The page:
Tania Bailey, left, and Lillian Bartlett, right (Images: provided)

After spending time considering all of the study options available to her, Bailey was drawn to The Mind Lab programs for a number of reasons. The participants’ ability to harness their strengths, such as being able to record a video of themselves speaking rather than having to write an essay, appealed to her, as well as the multicultural environment that gave priority to learning te ao maori.

“I’m still learning and I’m always changing who I am. It was about putting me in a new environment. The Mind Lab was a little different, as their classes were rooted in Maori Ao, ”Bailey explains.

With the help of The Mind Lab’s Pacific Ako Fellowship, Bailey was able to improve her skills without having to worry about the financial impacts that studying can often have.

“I don’t think I would have studied more if I hadn’t received the scholarship. If I hadn’t had the scholarship, it would have been a huge financial burden for me.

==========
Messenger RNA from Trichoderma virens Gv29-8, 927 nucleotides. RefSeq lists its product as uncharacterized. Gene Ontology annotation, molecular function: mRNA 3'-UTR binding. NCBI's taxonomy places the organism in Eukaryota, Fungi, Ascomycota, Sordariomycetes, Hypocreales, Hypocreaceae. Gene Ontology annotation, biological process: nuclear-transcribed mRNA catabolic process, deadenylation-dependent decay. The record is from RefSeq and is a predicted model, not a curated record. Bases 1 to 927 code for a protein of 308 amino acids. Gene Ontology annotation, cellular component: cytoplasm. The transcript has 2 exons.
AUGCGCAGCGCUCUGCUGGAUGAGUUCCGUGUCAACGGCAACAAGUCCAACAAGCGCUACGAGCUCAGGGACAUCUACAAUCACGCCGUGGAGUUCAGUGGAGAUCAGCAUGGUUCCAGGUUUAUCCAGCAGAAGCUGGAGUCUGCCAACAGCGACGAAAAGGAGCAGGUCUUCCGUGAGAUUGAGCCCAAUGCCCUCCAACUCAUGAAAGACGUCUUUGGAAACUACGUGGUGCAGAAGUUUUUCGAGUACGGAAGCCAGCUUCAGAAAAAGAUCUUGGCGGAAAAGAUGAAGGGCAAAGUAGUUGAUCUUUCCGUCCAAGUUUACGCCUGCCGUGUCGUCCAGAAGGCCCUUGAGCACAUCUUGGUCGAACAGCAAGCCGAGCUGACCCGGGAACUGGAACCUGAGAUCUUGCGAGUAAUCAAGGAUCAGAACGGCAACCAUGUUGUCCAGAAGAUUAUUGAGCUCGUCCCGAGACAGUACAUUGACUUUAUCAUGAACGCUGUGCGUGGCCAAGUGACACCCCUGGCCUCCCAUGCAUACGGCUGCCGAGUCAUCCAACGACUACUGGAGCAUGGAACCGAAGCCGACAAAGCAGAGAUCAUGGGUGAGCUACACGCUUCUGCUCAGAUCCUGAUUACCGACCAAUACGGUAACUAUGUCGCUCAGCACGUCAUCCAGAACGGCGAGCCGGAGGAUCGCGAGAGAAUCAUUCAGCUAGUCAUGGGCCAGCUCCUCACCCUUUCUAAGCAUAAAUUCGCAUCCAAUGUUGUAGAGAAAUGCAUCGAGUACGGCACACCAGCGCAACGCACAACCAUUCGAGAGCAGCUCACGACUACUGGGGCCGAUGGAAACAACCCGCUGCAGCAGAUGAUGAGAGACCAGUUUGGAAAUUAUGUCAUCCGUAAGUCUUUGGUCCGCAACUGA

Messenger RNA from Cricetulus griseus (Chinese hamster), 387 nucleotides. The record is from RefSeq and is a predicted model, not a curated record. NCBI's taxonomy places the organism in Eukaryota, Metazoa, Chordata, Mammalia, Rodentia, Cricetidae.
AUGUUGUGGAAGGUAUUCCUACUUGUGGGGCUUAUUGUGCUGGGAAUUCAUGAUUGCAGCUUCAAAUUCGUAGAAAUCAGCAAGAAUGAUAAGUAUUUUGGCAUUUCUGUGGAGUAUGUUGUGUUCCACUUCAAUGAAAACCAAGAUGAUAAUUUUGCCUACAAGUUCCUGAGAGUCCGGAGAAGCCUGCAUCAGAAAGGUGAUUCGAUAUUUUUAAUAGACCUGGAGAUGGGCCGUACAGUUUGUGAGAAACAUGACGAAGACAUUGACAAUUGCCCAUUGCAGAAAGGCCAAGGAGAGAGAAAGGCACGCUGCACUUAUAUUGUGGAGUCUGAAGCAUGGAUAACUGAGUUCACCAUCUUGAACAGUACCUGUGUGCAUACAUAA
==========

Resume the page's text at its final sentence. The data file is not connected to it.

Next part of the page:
In addition to being equipped with the requisite skills, knowledge and confidence, students recognize the help and support they have received outside of the classroom. Whether it’s forming friendships with other students or being excited to continue their education, students all say they are encouraged to fearlessly pursue their dreams.

“I ran into the Maori support person for The Mind Lab and she has been my greatest strength since. She has been a friend, a teacher and a confidante. She’s like whānau to me, ”Bartlett says.

For Valintine, seeing students overcome obstacles – whether financial, social, or in their studies – and continuing to show up for their studies has been one of the most rewarding aspects of her job.

“The most powerful thing you can do for your whānau or your community is to learn, for you bring everyone with you. “